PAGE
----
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Michael A. Mooney, Elias D. Simon, Scott Brigeman, Peter Nakaji, Joseph M. Zabramski, Michael T. Lawton and Robert F. Spetzler

In Brief

Microsurgical clipping has withstood the test of time as a safe, effective, and durable treatment for ruptured middle cerebral artery (MCA) aneurysms. With continued advances in endovascular techniques, reports of endovascular treatment of ruptured MCA aneurysms are increasing. The authors report detailed outcomes of microsurgical clipping of MCA aneurysms from the Barrow Ruptured Aneurysm Trial. These results should serve as a benchmark for future studies examining endovascular management of these patients.

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Michael A. Mooney, Scott Brigeman, Michael A. Bohl, Elias D. Simon, John P. Sheehy, Steve W. Chang and Robert F. Spetzler


Overlapping surgery is a controversial subject in medicine today; however, few studies have examined the outcomes of this practice. The authors analyzed outcomes of patients with acutely ruptured saccular aneurysms who were treated with microsurgical clipping in a prospectively collected database from the Barrow Ruptured Aneurysm Trial. Acute and long-term outcomes for overlapping versus nonoverlapping cases were compared.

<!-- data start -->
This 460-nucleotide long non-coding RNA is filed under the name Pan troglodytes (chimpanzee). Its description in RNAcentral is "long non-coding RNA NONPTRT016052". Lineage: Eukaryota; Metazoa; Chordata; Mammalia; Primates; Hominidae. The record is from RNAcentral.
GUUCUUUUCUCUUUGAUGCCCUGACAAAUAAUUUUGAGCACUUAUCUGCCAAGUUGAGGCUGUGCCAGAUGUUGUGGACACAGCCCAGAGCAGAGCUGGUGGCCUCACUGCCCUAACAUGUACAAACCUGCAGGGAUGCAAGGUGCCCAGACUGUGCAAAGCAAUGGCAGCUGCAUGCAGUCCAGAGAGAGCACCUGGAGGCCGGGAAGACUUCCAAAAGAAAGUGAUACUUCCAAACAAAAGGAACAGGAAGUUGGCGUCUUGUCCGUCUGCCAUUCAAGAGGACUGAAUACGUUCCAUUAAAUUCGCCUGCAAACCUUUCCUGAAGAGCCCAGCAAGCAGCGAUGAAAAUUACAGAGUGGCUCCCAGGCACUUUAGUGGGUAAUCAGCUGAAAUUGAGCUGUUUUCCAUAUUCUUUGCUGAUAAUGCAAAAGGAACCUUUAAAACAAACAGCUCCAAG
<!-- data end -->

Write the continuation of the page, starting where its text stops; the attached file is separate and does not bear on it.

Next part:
During the study period, 241 patients with ruptured saccular aneurysms underwent microsurgical clipping. Patients were separated into overlapping (n = 123) and nonoverlapping (n = 118) groups based on surgical start/stop times. Outcomes at discharge and at 6 months, 1 year, 3 years, and 6 years after surgery were analyzed.


Patient variables (e.g., age, smoking status, cardiovascular history, Hunt and Hess grade, Fisher grade, and aneurysm size) were similar between the 2 groups. Aneurysm locations were similar, with the exception of the overlapping group having more posterior circulation aneurysms (18/123 [15%]) than the nonoverlapping group (8/118 [7%]) (p = 0.0495). Confirmed aneurysm obliteration at discharge was significantly higher for the overlapping group (109/119 [91.6%]) than for the nonoverlapping group (95/116 [81.9%]) (p = 0.03). Hospital length of stay, discharge location, and proportions of patients with a modified Rankin Scale (mRS) score > 2 at discharge and up to 6 years postoperatively were similar. The mean and median mRS, Glasgow Outcome Scale, Mini–Mental State Examination, National Institutes of Health Stroke Scale, and Barthel Index scores at all time points were not statistically different between the groups.


Compared with nonoverlapping surgery, overlapping surgery was not associated with worse outcomes for any variable at any time point, despite the complexity of the surgical management in this patient population. These findings should be considered during the discussion of future guidelines on the practice of overlapping surgery.